A representative of MySpace NYC, who declined to state their name for the article, acknowledged that “there’s going to be an economic shift in the neighborhood with the impact of 900 apartments. It’s a natural progression.” But they also stated that “people meet people and they understand that there are great businesses here. Hopefully the businesses will benefit from being supported by tenants who are not wary of, you know, reaching out, going into the neighborhood, going into the bars, restaurants, supporting the retail they already have here.”
Bushwick resident Joelle Sedlmeyer, who attended the rooftop mixer, said that MySpace NYC’s efforts to embrace the neighborhood amounted to “a targeted approach. I don’t think it’s a community function.” Her friends Karin Persah and Chantal Savaresse, both longtime residents and business owners in Bushwick, questioned whether tenants of the Denizen would really venture out into the surrounding community when they had so many amenities at their disposal.
The group of women also raised questions about how the building plans to mitigate the impacts of the L-train shutdown, and whether tenants would be paying additional taxes to entities like the MTA to compensate. When I followed up with MySpace NYC, the aforementioned representative said by email that “the building is in a very close proximity to the JMZ so that isn’t an anticipated issue.” And yet, the NYC Department of Transportation estimates that 70 percent of L-train riders will offload to other subway routes—primarily the JMZ—so needless to say, there will likely be even more congestion on the JMZ with these new tenants joining current residents shunted by the L-pocalypse.
However, the building is paying considerable property taxes that could benefit public services in the community. There were concerns in 2015 that the developers were merely including affordable housing to get a 25-year-tax break under the then-new 421A tax abatement program. But according to public records obtained from the NYC Department of Finance’s website, neither of the two buildings on the site are 421A tax exempt properties for this fiscal year, meaning that they would still be subject to pay property taxes that could contribute to local government services—possibly the MTA—and Brooklyn schools, given the hefty 12.71 petcent tax rate on the buildings. But it’s worth noting that the taxable property value of 54 Noll was reduced from $7,322,292 in January 2018 to $1,981,692 in April of this year, significantly cutting down additional property taxes that could have benefited Bushwick and the surrounding communities.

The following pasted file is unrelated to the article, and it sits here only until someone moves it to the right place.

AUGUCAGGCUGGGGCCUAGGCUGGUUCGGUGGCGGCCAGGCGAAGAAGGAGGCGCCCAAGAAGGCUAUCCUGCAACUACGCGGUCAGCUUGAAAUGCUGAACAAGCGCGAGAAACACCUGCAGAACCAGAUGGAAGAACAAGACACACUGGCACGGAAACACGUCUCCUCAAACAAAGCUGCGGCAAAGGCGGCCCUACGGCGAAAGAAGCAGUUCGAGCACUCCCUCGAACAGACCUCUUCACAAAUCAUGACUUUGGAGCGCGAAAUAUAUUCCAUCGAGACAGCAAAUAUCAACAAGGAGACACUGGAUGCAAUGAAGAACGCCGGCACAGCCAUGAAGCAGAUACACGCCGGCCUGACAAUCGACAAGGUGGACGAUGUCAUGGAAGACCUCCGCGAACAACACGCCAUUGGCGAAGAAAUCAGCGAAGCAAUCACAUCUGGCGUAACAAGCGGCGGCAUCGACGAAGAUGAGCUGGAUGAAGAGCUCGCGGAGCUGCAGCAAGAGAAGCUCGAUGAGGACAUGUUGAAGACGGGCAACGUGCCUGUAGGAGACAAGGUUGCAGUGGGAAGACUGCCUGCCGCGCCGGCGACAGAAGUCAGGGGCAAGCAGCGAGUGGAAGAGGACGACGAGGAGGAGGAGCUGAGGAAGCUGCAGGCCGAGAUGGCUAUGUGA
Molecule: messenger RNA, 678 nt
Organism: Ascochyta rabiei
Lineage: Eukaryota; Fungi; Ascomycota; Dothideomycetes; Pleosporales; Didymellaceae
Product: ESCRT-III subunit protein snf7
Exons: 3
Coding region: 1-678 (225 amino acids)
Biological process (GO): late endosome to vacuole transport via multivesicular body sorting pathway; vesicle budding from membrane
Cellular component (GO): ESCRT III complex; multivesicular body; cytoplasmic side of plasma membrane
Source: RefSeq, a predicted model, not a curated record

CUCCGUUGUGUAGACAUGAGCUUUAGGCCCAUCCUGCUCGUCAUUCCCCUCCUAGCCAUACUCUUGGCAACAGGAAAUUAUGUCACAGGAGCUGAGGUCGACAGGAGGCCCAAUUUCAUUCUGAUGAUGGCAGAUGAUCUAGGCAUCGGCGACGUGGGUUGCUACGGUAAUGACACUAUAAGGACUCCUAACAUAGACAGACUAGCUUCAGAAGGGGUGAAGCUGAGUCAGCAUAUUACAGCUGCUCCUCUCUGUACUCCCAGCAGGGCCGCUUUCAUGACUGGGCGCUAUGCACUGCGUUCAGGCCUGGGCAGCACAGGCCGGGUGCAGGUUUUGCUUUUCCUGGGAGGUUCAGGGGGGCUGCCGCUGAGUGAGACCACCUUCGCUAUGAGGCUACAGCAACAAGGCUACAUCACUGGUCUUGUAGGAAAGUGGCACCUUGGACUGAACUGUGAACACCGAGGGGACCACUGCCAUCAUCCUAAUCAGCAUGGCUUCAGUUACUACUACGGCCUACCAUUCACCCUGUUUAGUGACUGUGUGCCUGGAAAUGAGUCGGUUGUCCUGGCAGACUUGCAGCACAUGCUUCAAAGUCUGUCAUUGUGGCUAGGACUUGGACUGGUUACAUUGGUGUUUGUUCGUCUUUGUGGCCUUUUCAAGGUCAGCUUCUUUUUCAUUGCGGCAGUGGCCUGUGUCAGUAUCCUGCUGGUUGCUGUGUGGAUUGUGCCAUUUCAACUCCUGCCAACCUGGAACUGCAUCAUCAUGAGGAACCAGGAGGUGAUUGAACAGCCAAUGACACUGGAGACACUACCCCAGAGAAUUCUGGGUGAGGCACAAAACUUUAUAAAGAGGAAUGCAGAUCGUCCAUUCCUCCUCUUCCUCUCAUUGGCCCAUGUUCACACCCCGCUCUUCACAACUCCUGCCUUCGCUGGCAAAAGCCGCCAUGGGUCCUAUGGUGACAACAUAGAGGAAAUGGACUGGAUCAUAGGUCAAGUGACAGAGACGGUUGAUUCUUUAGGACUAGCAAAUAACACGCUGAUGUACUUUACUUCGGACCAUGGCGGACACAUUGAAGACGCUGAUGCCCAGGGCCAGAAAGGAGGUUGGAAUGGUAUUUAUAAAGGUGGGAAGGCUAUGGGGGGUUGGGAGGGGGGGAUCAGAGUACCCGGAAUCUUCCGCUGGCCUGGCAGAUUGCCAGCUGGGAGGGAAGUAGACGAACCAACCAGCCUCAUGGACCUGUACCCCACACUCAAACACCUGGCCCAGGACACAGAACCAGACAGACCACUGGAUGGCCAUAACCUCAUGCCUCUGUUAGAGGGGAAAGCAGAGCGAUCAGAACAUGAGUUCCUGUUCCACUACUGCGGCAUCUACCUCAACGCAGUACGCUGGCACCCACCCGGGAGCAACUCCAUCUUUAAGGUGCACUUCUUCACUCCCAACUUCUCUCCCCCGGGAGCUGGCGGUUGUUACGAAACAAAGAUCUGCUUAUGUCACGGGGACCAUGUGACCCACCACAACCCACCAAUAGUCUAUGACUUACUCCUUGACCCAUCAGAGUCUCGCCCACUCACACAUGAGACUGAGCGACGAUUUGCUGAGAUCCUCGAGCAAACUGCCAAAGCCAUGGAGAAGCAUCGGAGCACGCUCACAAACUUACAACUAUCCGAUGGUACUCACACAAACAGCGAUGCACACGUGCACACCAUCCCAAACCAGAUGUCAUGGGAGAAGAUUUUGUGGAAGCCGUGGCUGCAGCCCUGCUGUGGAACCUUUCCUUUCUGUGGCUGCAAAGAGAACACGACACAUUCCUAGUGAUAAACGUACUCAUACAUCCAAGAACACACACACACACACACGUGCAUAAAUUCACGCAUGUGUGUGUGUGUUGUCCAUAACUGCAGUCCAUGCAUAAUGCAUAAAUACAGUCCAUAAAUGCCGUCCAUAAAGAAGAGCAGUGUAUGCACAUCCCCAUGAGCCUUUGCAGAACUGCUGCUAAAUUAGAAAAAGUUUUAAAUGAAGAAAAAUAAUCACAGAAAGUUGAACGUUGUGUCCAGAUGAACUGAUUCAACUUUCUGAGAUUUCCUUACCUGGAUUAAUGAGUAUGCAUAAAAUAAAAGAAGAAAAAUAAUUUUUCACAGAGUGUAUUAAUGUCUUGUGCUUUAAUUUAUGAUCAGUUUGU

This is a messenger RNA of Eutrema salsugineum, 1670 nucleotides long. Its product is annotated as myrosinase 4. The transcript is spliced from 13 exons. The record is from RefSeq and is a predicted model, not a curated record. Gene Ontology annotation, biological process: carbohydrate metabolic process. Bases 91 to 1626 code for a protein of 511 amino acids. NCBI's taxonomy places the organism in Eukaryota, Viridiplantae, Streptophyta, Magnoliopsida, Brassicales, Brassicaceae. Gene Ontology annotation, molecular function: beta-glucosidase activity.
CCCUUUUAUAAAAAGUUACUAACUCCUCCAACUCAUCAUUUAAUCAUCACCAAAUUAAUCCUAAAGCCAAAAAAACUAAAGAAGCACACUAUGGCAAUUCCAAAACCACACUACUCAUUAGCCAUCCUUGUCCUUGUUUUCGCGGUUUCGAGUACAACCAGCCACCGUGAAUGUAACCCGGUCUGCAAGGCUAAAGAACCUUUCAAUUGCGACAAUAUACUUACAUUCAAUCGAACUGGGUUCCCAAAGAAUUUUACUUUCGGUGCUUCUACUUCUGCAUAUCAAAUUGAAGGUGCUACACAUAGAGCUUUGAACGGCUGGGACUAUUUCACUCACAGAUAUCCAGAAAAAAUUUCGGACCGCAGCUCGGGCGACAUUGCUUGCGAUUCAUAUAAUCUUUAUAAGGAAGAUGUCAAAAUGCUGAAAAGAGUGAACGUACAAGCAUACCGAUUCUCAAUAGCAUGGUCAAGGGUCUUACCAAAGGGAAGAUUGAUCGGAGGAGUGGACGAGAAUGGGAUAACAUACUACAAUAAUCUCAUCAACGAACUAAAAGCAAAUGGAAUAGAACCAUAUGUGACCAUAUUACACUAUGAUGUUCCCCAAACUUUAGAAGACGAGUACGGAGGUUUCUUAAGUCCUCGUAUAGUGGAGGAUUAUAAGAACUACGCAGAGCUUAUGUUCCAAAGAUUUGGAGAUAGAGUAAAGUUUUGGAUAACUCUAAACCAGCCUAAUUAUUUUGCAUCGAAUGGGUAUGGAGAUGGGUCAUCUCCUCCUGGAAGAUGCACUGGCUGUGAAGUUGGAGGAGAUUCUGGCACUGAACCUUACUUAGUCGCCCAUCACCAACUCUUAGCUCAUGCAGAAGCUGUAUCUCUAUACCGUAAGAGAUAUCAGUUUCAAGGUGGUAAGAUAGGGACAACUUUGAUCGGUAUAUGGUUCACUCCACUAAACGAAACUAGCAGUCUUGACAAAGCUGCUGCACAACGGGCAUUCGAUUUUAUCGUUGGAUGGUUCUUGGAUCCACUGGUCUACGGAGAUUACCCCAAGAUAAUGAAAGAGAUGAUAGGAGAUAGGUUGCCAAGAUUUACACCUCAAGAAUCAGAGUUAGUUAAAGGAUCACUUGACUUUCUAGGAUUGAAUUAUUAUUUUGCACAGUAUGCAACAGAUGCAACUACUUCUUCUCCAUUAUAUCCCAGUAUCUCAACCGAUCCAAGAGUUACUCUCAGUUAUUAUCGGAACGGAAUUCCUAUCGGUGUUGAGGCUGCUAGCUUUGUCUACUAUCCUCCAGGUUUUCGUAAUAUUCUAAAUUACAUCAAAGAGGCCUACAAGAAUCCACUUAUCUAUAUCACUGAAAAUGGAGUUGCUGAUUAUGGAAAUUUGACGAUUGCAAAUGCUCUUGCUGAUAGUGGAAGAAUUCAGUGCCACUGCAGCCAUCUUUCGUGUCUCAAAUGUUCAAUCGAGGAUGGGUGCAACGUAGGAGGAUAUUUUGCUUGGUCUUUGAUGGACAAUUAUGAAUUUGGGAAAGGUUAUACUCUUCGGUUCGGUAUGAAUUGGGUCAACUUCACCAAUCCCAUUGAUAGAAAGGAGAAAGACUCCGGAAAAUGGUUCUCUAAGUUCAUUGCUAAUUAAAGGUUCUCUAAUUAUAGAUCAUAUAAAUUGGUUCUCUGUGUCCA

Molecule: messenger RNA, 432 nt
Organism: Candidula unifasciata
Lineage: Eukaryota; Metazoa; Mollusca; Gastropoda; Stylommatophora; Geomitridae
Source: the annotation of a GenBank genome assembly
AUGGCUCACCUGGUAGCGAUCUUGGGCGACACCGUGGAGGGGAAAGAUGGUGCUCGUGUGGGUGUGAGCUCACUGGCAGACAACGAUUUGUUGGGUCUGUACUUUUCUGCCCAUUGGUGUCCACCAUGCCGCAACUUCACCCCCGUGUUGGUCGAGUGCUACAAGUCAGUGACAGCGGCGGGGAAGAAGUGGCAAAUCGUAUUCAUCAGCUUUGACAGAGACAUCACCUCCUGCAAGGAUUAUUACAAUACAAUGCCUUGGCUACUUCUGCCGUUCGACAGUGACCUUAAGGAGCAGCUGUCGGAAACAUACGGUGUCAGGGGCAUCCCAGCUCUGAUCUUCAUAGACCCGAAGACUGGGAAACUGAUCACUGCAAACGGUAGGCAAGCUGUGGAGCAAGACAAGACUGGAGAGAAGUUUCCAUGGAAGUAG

And what about local advocates? Despite their previous fervor, they don’t seem to have much to say these days. Many of the protests in earlier years stemmed from the number of affordable housing units allocated and developers supposedly backing out of agreements to offer more units, but that seems to be a moot point now. Ultimately, developers agreed to an allocation of 20 percent of units for affordable housing per legal requirements. An affordable housing lottery for 183 apartments at the site opened earlier this year, with options like studios starting at $947 per month for individuals that earn 60 percent of the area’s median income.
And the organizations involved in the Rheingold Construction Committee—which worked with then-Council Member Diana Reyna to propose community benefits for the site during the rezoning process—have been hard to reach. Bedford + Bowery reached out to Churches United for Fair Housing and the North West Bushwick Community Group—also part of the Rheingold Construction Committee—but didn’t hear back by the time of publication. And one of the foremost tenant organizers involved with the former Rheingold site at the Bushwick Housing Independence Project, Yolanda Luz Coca, died in 2016. Staff of New York City Council Member Antonio Reynoso—who previously served as an aide to Reyna and worked on an affordable housing plan for the site years ago, according to the Village Voice—also declined to comment for this article.
Los Sures, a South Williamsburg nonprofit that works to develop and advocate for affordable housing, was also part of the committee. As part of community negotiations during the rezoning process, Los Sures received a parcel of land from one of the developers to build affordable residences for low-income seniors. Katie Kreifels, Director of Housing Development of Los Sures, who joined the organization after the rezoning process, spoke with Bedford + Bowery briefly. While it didn’t seem like the former Rheingold development was on their radar anymore, she noted that they were in the process of constructing 95 affordable housing units for seniors at a site across the street from the Denizen Bushwick. “As more market rate units come online, it’s important for more affordable units to come online. We’re happy to contribute these units that we’re building. And working with developers [on affordable housing],” said Kreifels.